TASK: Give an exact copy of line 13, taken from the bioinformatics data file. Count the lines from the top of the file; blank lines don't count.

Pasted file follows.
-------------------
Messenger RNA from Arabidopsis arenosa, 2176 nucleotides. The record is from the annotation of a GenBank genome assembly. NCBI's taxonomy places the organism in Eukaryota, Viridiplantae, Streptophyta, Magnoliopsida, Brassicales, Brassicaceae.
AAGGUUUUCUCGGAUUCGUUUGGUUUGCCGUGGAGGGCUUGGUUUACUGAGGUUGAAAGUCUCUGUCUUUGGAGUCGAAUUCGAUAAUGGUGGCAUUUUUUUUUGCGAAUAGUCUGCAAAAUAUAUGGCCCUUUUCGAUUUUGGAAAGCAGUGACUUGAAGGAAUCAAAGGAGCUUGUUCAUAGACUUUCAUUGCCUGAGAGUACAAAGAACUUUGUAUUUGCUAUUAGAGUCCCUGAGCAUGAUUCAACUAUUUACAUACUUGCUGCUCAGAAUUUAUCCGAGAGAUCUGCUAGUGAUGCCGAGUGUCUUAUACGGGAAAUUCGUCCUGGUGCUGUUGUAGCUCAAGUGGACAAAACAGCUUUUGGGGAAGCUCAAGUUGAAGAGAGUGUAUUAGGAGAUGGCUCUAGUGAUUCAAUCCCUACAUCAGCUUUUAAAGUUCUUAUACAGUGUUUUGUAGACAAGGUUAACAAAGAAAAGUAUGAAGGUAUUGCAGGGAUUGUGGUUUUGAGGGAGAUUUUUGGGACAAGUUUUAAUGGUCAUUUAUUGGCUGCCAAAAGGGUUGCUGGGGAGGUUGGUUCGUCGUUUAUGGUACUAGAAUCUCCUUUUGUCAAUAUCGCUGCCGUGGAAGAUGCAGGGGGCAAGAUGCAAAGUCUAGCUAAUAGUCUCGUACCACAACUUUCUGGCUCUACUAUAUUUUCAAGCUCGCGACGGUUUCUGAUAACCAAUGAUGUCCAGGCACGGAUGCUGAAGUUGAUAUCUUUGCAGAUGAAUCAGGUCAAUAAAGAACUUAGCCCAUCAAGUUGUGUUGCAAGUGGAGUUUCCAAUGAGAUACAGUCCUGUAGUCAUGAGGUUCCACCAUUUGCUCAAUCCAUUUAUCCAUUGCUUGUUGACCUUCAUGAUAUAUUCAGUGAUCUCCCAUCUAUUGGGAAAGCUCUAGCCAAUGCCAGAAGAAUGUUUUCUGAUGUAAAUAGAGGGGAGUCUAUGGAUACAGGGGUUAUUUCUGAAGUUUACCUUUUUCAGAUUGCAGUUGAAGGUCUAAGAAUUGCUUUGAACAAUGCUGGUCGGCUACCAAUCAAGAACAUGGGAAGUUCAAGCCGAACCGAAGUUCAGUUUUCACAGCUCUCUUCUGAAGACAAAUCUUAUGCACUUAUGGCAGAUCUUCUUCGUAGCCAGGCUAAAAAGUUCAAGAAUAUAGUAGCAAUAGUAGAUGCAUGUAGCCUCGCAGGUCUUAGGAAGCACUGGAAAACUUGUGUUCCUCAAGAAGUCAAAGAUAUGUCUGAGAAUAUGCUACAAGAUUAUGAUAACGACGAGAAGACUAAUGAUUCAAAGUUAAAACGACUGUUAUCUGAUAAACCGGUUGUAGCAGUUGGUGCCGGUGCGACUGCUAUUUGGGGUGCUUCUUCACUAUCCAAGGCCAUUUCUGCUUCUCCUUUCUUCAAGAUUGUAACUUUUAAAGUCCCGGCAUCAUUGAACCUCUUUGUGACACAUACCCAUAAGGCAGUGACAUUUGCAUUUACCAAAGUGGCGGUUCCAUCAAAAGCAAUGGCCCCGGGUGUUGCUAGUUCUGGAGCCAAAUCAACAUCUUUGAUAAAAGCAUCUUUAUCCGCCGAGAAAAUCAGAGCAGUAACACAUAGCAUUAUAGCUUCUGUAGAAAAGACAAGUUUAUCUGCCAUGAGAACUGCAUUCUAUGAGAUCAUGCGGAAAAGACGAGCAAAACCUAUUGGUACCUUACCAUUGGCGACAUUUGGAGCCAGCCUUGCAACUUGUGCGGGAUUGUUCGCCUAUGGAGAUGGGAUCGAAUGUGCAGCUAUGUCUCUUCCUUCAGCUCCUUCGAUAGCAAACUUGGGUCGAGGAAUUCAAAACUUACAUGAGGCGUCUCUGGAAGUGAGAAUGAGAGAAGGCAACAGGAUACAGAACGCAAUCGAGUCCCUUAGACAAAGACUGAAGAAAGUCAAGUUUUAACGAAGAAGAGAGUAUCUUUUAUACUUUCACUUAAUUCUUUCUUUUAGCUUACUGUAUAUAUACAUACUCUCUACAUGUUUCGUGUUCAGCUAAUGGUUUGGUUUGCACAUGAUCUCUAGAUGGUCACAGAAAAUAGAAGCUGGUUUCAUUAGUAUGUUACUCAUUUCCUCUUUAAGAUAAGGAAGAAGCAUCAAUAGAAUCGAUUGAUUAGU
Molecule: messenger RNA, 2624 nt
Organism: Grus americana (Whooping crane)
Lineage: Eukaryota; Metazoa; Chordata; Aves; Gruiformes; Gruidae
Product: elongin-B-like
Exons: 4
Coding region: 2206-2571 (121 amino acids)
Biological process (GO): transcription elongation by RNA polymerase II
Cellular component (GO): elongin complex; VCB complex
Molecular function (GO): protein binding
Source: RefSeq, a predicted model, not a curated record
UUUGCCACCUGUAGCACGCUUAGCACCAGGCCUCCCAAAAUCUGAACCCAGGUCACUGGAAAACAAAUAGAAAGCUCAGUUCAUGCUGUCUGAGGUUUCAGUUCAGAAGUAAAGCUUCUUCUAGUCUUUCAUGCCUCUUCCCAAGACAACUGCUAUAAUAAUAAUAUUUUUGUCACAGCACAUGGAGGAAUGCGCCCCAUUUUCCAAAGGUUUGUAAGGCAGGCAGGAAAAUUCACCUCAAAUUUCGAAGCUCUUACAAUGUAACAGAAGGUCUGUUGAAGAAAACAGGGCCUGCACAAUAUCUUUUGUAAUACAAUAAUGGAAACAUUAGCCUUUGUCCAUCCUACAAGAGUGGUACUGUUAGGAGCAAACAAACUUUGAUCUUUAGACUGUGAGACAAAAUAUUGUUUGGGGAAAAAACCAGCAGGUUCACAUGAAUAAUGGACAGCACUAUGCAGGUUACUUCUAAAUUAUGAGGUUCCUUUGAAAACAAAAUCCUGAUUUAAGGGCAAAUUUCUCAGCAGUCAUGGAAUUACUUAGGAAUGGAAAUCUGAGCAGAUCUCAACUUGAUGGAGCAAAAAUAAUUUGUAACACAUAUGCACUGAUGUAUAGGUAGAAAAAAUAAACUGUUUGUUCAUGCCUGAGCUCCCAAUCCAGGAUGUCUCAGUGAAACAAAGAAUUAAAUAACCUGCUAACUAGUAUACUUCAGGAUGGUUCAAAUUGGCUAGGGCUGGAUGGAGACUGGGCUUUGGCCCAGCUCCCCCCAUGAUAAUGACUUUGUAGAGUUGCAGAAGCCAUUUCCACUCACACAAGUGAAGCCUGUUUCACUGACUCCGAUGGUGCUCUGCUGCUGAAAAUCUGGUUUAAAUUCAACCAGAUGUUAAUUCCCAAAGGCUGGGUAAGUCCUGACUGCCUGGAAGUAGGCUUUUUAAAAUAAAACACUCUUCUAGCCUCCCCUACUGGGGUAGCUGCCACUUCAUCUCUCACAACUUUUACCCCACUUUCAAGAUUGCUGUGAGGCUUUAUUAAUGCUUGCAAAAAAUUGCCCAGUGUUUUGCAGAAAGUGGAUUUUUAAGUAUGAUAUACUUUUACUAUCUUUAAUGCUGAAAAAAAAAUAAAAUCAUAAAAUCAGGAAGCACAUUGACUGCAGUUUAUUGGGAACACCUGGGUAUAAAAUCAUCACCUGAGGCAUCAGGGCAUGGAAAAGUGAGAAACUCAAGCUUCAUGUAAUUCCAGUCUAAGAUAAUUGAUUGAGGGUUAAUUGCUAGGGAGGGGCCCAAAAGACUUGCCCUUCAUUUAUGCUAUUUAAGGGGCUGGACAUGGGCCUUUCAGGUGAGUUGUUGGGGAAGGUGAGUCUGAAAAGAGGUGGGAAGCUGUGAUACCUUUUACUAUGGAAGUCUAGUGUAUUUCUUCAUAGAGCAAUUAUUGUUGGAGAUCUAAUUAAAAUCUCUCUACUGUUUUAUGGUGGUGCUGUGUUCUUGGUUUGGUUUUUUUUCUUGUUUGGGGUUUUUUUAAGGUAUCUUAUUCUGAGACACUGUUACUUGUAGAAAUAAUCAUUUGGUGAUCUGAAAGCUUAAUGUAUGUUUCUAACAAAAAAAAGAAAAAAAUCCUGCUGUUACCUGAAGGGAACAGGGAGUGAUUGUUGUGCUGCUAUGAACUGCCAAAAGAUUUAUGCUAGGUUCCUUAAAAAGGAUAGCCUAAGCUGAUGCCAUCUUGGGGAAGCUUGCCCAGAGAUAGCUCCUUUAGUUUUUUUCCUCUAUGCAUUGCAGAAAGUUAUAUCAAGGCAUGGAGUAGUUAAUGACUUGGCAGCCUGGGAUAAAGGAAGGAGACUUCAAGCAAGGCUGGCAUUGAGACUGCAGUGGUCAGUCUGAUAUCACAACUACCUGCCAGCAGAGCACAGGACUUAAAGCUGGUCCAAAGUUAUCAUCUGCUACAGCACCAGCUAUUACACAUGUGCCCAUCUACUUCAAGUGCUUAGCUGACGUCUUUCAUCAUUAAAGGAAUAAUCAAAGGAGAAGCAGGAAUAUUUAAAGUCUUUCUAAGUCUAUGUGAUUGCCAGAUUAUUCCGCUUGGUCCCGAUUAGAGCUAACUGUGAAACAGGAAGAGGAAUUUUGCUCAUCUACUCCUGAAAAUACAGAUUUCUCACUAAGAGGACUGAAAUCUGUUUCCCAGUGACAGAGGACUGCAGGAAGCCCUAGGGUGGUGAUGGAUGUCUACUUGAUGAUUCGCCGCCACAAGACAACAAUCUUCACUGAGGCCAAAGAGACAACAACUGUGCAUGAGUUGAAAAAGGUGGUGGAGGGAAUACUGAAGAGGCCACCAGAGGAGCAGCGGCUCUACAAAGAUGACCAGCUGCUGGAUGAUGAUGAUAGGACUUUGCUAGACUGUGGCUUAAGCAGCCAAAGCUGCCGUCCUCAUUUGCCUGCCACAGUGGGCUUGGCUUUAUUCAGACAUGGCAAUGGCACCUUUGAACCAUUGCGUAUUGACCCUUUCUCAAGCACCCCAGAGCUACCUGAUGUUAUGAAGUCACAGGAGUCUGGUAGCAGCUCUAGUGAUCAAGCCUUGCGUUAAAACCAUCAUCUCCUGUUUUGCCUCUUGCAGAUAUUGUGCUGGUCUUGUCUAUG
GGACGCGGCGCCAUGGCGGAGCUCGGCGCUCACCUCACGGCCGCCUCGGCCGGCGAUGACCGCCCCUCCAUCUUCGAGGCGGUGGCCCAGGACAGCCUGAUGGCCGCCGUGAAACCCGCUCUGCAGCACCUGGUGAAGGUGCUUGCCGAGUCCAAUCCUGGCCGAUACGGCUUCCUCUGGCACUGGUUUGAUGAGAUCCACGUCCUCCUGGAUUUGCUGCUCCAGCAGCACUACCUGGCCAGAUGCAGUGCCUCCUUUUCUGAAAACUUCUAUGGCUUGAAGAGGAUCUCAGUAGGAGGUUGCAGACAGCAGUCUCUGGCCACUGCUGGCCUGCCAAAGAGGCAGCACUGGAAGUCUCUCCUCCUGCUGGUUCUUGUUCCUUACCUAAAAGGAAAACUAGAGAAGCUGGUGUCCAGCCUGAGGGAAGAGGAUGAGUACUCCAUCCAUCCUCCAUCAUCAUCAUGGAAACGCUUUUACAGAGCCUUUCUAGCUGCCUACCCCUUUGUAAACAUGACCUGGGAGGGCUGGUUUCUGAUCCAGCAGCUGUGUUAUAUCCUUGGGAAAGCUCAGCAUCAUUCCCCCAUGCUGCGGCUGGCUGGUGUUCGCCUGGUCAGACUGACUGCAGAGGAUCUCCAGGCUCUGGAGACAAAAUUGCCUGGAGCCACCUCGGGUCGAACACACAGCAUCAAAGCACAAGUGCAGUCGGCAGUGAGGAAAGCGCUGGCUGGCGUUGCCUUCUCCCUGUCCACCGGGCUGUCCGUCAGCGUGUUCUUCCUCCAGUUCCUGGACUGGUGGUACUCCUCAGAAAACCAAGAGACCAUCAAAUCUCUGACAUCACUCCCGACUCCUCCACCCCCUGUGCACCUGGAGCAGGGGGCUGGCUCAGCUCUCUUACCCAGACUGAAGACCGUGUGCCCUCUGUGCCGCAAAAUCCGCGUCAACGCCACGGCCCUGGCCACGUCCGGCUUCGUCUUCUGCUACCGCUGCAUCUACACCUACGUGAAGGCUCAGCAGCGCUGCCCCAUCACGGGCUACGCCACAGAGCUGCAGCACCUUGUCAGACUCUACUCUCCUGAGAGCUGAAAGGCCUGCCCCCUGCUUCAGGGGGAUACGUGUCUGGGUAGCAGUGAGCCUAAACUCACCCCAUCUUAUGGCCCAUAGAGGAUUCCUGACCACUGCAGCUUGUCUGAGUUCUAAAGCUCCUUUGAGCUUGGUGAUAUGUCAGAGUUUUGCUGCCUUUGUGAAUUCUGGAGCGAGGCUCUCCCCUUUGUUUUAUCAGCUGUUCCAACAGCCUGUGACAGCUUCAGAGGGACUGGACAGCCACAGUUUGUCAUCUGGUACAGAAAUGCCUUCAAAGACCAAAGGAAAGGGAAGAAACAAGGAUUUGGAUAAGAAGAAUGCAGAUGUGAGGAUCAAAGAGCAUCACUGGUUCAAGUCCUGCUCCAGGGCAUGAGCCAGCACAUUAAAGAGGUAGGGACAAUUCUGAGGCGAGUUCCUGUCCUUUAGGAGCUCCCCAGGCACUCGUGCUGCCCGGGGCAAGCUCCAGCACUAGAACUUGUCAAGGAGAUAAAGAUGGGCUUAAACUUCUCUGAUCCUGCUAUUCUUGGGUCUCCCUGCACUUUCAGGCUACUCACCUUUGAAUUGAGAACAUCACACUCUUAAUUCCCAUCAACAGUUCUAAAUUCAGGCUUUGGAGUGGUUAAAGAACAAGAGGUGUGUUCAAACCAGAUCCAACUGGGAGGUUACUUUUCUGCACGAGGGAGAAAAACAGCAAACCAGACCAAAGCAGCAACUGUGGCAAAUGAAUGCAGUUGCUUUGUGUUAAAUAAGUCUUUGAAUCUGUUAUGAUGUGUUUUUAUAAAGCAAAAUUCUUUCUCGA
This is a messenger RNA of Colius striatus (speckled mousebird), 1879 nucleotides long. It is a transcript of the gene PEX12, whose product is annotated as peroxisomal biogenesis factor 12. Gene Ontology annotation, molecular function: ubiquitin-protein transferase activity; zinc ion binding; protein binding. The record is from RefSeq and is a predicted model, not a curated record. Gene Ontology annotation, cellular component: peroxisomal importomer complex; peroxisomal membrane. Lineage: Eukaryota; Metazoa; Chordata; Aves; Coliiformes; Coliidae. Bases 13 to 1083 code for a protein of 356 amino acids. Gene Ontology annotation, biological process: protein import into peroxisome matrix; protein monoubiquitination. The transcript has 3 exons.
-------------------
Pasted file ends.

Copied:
UUUGCCACCUGUAGCACGCUUAGCACCAGGCCUCCCAAAAUCUGAACCCAGGUCACUGGAAAACAAAUAGAAAGCUCAGUUCAUGCUGUCUGAGGUUUCAGUUCAGAAGUAAAGCUUCUUCUAGUCUUUCAUGCCUCUUCCCAAGACAACUGCUAUAAUAAUAAUAUUUUUGUCACAGCACAUGGAGGAAUGCGCCCCAUUUUCCAAAGGUUUGUAAGGCAGGCAGGAAAAUUCACCUCAAAUUUCGAAGCUCUUACAAUGUAACAGAAGGUCUGUUGAAGAAAACAGGGCCUGCACAAUAUCUUUUGUAAUACAAUAAUGGAAACAUUAGCCUUUGUCCAUCCUACAAGAGUGGUACUGUUAGGAGCAAACAAACUUUGAUCUUUAGACUGUGAGACAAAAUAUUGUUUGGGGAAAAAACCAGCAGGUUCACAUGAAUAAUGGACAGCACUAUGCAGGUUACUUCUAAAUUAUGAGGUUCCUUUGAAAACAAAAUCCUGAUUUAAGGGCAAAUUUCUCAGCAGUCAUGGAAUUACUUAGGAAUGGAAAUCUGAGCAGAUCUCAACUUGAUGGAGCAAAAAUAAUUUGUAACACAUAUGCACUGAUGUAUAGGUAGAAAAAAUAAACUGUUUGUUCAUGCCUGAGCUCCCAAUCCAGGAUGUCUCAGUGAAACAAAGAAUUAAAUAACCUGCUAACUAGUAUACUUCAGGAUGGUUCAAAUUGGCUAGGGCUGGAUGGAGACUGGGCUUUGGCCCAGCUCCCCCCAUGAUAAUGACUUUGUAGAGUUGCAGAAGCCAUUUCCACUCACACAAGUGAAGCCUGUUUCACUGACUCCGAUGGUGCUCUGCUGCUGAAAAUCUGGUUUAAAUUCAACCAGAUGUUAAUUCCCAAAGGCUGGGUAAGUCCUGACUGCCUGGAAGUAGGCUUUUUAAAAUAAAACACUCUUCUAGCCUCCCCUACUGGGGUAGCUGCCACUUCAUCUCUCACAACUUUUACCCCACUUUCAAGAUUGCUGUGAGGCUUUAUUAAUGCUUGCAAAAAAUUGCCCAGUGUUUUGCAGAAAGUGGAUUUUUAAGUAUGAUAUACUUUUACUAUCUUUAAUGCUGAAAAAAAAAUAAAAUCAUAAAAUCAGGAAGCACAUUGACUGCAGUUUAUUGGGAACACCUGGGUAUAAAAUCAUCACCUGAGGCAUCAGGGCAUGGAAAAGUGAGAAACUCAAGCUUCAUGUAAUUCCAGUCUAAGAUAAUUGAUUGAGGGUUAAUUGCUAGGGAGGGGCCCAAAAGACUUGCCCUUCAUUUAUGCUAUUUAAGGGGCUGGACAUGGGCCUUUCAGGUGAGUUGUUGGGGAAGGUGAGUCUGAAAAGAGGUGGGAAGCUGUGAUACCUUUUACUAUGGAAGUCUAGUGUAUUUCUUCAUAGAGCAAUUAUUGUUGGAGAUCUAAUUAAAAUCUCUCUACUGUUUUAUGGUGGUGCUGUGUUCUUGGUUUGGUUUUUUUUCUUGUUUGGGGUUUUUUUAAGGUAUCUUAUUCUGAGACACUGUUACUUGUAGAAAUAAUCAUUUGGUGAUCUGAAAGCUUAAUGUAUGUUUCUAACAAAAAAAAGAAAAAAAUCCUGCUGUUACCUGAAGGGAACAGGGAGUGAUUGUUGUGCUGCUAUGAACUGCCAAAAGAUUUAUGCUAGGUUCCUUAAAAAGGAUAGCCUAAGCUGAUGCCAUCUUGGGGAAGCUUGCCCAGAGAUAGCUCCUUUAGUUUUUUUCCUCUAUGCAUUGCAGAAAGUUAUAUCAAGGCAUGGAGUAGUUAAUGACUUGGCAGCCUGGGAUAAAGGAAGGAGACUUCAAGCAAGGCUGGCAUUGAGACUGCAGUGGUCAGUCUGAUAUCACAACUACCUGCCAGCAGAGCACAGGACUUAAAGCUGGUCCAAAGUUAUCAUCUGCUACAGCACCAGCUAUUACACAUGUGCCCAUCUACUUCAAGUGCUUAGCUGACGUCUUUCAUCAUUAAAGGAAUAAUCAAAGGAGAAGCAGGAAUAUUUAAAGUCUUUCUAAGUCUAUGUGAUUGCCAGAUUAUUCCGCUUGGUCCCGAUUAGAGCUAACUGUGAAACAGGAAGAGGAAUUUUGCUCAUCUACUCCUGAAAAUACAGAUUUCUCACUAAGAGGACUGAAAUCUGUUUCCCAGUGACAGAGGACUGCAGGAAGCCCUAGGGUGGUGAUGGAUGUCUACUUGAUGAUUCGCCGCCACAAGACAACAAUCUUCACUGAGGCCAAAGAGACAACAACUGUGCAUGAGUUGAAAAAGGUGGUGGAGGGAAUACUGAAGAGGCCACCAGAGGAGCAGCGGCUCUACAAAGAUGACCAGCUGCUGGAUGAUGAUGAUAGGACUUUGCUAGACUGUGGCUUAAGCAGCCAAAGCUGCCGUCCUCAUUUGCCUGCCACAGUGGGCUUGGCUUUAUUCAGACAUGGCAAUGGCACCUUUGAACCAUUGCGUAUUGACCCUUUCUCAAGCACCCCAGAGCUACCUGAUGUUAUGAAGUCACAGGAGUCUGGUAGCAGCUCUAGUGAUCAAGCCUUGCGUUAAAACCAUCAUCUCCUGUUUUGCCUCUUGCAGAUAUUGUGCUGGUCUUGUCUAUG